Tetanus is a non-communicable disease occurring all over the world, but is more prevalent in low and middle-income countries, where the maternal and neonatal form of the disease is still frequent and devastating. This often-fatal infectious disease is caused by the spores of the bacterium Clostridium tetani, which penetrates the body through lesions or as a result of medical acts performed under insufficient aseptic precautions.

For nearly 100 years, Sanofi Pasteur and its preceding companies have provided a vaccine for this disease. The WHO estimates that in 2015, approximately 34,000 newborns died from neonatal tetanus 1. In the absence of treatment, the outcome is almost always fatal, particularly in the very young or the elderly, and even after appropriate treatment, tetanus-related mortality remains high.


  1. WHO. Tetanus vaccine, WHO position paper. Weekly Epidemiological Record.10 February 2017, No.6, 92, 53-76.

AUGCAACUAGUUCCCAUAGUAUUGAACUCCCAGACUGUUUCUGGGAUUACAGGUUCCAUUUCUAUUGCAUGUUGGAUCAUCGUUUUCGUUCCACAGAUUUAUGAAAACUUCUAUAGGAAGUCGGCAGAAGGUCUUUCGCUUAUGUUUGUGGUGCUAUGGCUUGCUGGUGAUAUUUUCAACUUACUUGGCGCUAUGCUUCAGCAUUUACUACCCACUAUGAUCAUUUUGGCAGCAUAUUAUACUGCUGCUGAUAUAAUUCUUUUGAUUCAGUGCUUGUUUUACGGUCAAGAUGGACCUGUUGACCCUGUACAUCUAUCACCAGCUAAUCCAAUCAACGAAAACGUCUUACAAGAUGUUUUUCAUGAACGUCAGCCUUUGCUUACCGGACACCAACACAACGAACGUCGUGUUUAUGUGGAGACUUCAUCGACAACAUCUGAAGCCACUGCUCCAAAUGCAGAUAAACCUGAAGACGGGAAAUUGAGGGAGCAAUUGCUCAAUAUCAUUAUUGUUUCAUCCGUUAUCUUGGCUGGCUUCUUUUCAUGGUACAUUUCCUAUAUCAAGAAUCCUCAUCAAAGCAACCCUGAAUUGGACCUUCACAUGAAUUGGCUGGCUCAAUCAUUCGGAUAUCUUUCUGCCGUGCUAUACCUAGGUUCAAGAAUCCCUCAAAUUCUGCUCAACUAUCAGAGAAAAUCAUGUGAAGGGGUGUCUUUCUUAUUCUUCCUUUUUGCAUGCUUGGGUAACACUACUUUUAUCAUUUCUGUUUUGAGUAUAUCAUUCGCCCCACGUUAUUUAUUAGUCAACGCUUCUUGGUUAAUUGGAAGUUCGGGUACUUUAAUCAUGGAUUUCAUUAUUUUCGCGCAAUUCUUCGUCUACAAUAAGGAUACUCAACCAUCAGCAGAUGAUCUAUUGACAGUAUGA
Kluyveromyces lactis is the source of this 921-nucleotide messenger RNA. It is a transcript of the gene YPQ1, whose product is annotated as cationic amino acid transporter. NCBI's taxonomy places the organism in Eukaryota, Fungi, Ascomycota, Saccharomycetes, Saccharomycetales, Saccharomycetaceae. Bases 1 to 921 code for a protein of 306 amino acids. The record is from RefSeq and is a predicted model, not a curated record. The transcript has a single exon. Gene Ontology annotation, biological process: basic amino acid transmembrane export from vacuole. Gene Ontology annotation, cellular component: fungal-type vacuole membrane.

2. WHO. Tetanus vaccines position paper. WER 2017, 92, 53–76. Accessed January 2018. http://apps.who.int/iris/bitstream/10665/254582/1/WER9206.pdf
  3. WHO. Immunization Coverage Fact Sheet. Reviewed January 2018. Accessed January 2018. Retrieved from: http://www.who.int/mediacentre/factsheets/fs378/en/
  4. CDC. Tetanus. Diagnosis and treatment. Last updated: January 10, 2017. Accessed January 2018, Retrieved from: https://www.cdc.gov/tetanus/about/diagnosis-treatment.html

This page last update: 09-2019